By Allison Stevens
Washington Bureau Chief
Thursday, March 23, 2006
The Sewall-Belmont House and Museum has launched a large digital exhibit on the suffrage movement to coincide with Women's History Month. The National Women's History Museum, meanwhile, is pushing for bricks and mortar.
WASHINGTON, D.C. (WOMENSENEWS)--For nearly a century, a treasure trove of artifacts used in the campaign to enfranchise women has been aging quietly in boxes tucked away in a historic house and museum here.
But the priceless collection has been unearthed, the boxes unpacked and their contents polished and placed on the virtual shelves of an online exhibit that went live on March 3, the 93rd anniversary of a suffragist parade down Pennsylvania Avenue that relaunched the battle for women's right to vote.
That battle--a critical one in the ongoing fight for full equality in the United States--was won in 1920 when the 19th Amendment to the Constitution was ratified.
On display are digital images of artifacts that together reveal the story behind that battle, which is often glossed over in U.S. history books. Images show the hand-sewn banners used to picket the White House; the congressional score cards used to lobby members of Congress; the original political cartoons challenging the reigning patriarchal establishment; the suffrage newsletters that circulated the country; and the black-and-white photographs of the women who fought for voting rights.
The exhibit was three years in the making. Creators plan to use the material in conjunction with history, civics and women's studies classes at schools and universities across the country. Currently in the works is a Girl Scout badge and lesson plans that will be made available to teachers at all school levels.
"This is a new tool to get this history back on the map," said Amy Conroy, executive director of the Sewall-Belmont House and Museum, a national historic landmark on Capitol Hill that houses the artifacts. The structure--just a few blocks away from the Capitol--also serves as the headquarters of the National Woman's Party and was the home for 43 years of Alice Paul, the woman who led the suffrage movement and authored 85 years ago the still-unratified Equal Rights Amendment.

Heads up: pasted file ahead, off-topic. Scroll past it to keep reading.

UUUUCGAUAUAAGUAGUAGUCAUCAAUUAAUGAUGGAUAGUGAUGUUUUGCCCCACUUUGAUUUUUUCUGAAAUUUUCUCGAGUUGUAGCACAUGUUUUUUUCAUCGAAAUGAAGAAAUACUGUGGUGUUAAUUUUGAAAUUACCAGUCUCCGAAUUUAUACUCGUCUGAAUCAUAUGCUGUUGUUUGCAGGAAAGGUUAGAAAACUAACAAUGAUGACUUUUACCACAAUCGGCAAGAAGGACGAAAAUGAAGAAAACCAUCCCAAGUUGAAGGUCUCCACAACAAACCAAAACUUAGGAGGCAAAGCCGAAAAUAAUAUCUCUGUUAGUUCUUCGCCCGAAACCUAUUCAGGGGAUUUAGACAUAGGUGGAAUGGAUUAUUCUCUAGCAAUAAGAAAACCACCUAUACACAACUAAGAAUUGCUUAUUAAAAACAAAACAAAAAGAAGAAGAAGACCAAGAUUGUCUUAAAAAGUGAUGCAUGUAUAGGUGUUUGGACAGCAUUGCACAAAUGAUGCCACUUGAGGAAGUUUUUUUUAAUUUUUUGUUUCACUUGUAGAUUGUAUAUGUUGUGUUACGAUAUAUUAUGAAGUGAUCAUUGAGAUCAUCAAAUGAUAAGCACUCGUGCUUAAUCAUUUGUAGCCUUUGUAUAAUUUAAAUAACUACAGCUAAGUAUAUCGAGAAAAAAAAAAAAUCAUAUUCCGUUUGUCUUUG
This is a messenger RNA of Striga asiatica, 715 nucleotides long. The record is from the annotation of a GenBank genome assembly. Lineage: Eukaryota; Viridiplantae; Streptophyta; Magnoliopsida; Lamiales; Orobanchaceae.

Officials also hope the images will be disseminated in the media, said Laura Hubbard, a spokesperson for the Sewall-Belmont House and Museum.
"We want to get our collection out there," she said. "We definitely hope that in this election year with women being such a focus that people realize that it wasn't so long ago that women didn't have the right to vote."
The artifacts had been buried in boxes for decades at the Sewall-Belmont House and Museum and at an off-site facility maintained by the National Park Service.
The collection aged in boxes as members of the National Women's Party continued their push for equal rights. That began to change toward the end of the last decade, when members decided to leave the lobbying to other women's rights advocacy organizations and focus instead on educating the public about the fight for gender equality through the Sewall-Belmont House and Museum and the artifacts housed within the building.
Their first step was restoring the house and museum, a $25 million project that was largely completed in 2004. Since then, they have turned their attention to preserving the artifacts. The exhibit unveiled at the beginning of March features 400 images and is a preview of the full collection of more than 10,000 artifacts, all of which will eventually be displayed online. It was made possible by a donation of a state-of-the-art digital imaging system from IBM, the business technology firm based in Armonk, N.Y.
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